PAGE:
IBS or Irritable Bowel Syndrome refers to a common disorder that affects the large intestine. The most common symptoms of this disorder are abdominal pains, cramps, bloating, gas, and constipation or diarrhea. Although the symptoms can be severe, it affects only a few people. It is possible to control the symptoms easily through a well-managed diet, stress-relieving practices, and lifestyle changes.
What triggers IBS?
Once you learn to identify factors that aggravate the symptoms of IBS, you will learn how to handle these triggers to prevent flare-ups. Firstly, you need to make a proper diet plan so that you can work on problems like belly pains, gas and associated bloating, and constipation and diarrhea.
- Symptoms are usually triggered because of specific foods. Curbing food allergies and food intolerance are a major part of IBS treatment. However, IBS occurs when you eat or drink specific foods or drinks like wheat products, dairy products, milk, carbonated sodas, cabbage, and citrus fruits.
- IBS symptoms can also be aggravated because of high-stress levels; stress alone cannot cause IBS.
- Hormones often play a part in triggering the symptoms. For instance, the symptoms are likely to become worse when women have periods.
Foods that can help with IBS:
- Lean meats are easily digestible. So, you can choose to include white meat like chicken and turkey, lean beef cuts, and pork to your diet. It is best to avoid dark-colored turkey and chicken meats.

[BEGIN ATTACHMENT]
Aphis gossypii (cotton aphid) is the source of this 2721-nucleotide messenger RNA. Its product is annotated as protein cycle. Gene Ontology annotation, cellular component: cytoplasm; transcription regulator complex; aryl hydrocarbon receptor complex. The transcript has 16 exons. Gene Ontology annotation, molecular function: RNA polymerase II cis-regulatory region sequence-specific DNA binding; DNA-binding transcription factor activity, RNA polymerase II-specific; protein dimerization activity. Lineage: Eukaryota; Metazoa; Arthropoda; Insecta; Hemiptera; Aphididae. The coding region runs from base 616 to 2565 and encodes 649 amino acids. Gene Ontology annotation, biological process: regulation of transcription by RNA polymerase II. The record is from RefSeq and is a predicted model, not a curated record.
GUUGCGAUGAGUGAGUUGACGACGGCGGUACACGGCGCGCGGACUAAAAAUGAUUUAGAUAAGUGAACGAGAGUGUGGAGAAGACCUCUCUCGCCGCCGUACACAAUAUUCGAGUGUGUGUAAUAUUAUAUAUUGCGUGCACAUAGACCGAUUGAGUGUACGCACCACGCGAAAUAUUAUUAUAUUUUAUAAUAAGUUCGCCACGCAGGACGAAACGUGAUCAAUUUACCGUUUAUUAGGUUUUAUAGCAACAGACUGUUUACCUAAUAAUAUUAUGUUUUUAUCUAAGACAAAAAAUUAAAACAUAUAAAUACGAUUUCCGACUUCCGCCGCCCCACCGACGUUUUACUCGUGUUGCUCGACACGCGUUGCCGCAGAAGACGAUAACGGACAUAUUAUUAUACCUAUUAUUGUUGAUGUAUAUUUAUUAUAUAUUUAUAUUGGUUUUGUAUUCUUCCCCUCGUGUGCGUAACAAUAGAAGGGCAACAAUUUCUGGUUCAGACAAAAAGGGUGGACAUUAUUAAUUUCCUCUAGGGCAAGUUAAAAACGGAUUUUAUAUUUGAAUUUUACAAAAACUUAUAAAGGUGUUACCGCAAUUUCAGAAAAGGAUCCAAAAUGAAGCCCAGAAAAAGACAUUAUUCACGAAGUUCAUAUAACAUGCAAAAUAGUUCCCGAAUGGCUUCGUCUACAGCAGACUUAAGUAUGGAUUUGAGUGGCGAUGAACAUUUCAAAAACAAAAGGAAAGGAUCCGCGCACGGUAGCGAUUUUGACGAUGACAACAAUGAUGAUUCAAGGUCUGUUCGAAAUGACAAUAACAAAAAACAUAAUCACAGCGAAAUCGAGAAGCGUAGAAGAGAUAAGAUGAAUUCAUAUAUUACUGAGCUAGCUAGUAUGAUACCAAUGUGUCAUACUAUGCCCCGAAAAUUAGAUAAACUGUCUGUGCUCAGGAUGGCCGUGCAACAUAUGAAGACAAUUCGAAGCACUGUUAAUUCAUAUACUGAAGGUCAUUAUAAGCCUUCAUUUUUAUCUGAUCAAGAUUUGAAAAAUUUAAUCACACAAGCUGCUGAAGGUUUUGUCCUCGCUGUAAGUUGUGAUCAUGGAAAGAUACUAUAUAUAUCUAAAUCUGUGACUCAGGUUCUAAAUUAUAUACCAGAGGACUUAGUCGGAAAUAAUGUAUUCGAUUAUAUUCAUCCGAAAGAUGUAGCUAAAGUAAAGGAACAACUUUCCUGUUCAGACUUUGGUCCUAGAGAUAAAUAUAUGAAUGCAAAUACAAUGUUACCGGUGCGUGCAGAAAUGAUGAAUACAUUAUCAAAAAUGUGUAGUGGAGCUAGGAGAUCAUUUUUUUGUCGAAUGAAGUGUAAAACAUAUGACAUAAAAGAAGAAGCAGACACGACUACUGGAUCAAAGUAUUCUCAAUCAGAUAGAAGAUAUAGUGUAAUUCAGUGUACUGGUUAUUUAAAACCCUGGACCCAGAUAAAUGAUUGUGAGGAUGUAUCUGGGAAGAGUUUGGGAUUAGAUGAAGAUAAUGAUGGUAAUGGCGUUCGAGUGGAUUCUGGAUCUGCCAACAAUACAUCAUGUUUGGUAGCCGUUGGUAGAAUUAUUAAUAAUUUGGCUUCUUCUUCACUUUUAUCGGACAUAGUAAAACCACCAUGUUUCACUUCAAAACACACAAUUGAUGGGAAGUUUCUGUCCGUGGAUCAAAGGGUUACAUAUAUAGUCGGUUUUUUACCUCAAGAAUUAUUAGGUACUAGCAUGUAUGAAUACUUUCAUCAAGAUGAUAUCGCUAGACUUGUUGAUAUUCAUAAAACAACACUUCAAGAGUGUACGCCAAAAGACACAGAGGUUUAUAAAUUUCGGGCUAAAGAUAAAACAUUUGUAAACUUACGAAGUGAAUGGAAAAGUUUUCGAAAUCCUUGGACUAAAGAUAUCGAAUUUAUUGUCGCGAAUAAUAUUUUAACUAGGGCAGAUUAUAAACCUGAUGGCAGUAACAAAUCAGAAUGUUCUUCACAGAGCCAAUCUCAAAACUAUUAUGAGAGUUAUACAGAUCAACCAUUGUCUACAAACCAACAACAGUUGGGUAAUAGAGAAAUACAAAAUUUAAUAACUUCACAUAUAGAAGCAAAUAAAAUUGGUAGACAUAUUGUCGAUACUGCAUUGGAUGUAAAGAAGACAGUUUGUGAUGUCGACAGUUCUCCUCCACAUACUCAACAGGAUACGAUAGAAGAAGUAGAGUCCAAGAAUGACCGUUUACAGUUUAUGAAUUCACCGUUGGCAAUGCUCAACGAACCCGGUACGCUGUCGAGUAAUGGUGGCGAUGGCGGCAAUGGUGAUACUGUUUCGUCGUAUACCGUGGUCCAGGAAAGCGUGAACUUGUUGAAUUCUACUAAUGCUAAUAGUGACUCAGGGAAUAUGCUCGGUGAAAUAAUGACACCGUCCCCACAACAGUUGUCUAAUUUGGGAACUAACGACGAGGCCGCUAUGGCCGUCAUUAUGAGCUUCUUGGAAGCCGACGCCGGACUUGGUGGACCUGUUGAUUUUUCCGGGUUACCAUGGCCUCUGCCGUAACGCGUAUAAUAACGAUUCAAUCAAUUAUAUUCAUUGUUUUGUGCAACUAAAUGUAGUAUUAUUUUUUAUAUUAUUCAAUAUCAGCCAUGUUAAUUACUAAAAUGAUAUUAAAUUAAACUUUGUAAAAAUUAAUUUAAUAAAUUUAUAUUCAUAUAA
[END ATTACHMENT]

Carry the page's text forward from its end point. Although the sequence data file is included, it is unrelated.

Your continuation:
- Eggs are usually easy to digest and are considered safe for people with IBS. They can be consumed when they are boiled, poached, scrambled, or soft-boiled.
- Omega-3 fatty acids can help reduce inflammation in your body. This helps with the symptoms of IBS. Some examples are herring, salmon, sardines, mackerel, rainbow trouts, anchovies, etc.
- Vegetables are good for gut health. Earlier, people with IBS avoided vegetables as they thought it would aggravate the symptoms. However, the intake of vegetables reduces bloating and gas. Moreover, it is safer to consume vegetables after they have been cooked instead of eating them raw. For example, bell peppers, bamboo shoots, carrots, broccoli, parsley, green beans, eggplant, fennel, potato, squash, tomato, turnip, water chestnut, and zucchini.
- Green leafy vegetables can be beneficial for gut health as they are loaded with nutrients and do not cause gut fermentation. Add them to your daily meals in the form of salads or cook them to ensure that your body does not react. These include collard greens, arugula, kale, lettuce, spinach, common cabbage, etc.
- Some fruits are also highly nutrient-rich and are great for stomach health. However, you must not eat too many fruits at a time when you have IBS. Good fruit choices include bananas, blueberries, lemons, grapes, cantaloupe, kiwi, olive, orange, pineapple, strawberries, and rhubarb.
- Nuts are excellent sources of proteins, fibers, and anti-inflammatory omega-3 fatty acids. Nuts like almonds, Brazil nuts, pecans, pine nuts, walnuts, etc, can keep you satiated for longer hours. Additionally, chia and flax seeds are beneficial for people suffering from IBS.
- Fermented foods have probiotics and are good for IBS. Some of these are kefir, kombucha, yogurts, bone broth, etc.
While some foods help people with IBS, each individual’s body is different. It is always advised to visit a doctor before you start a diet.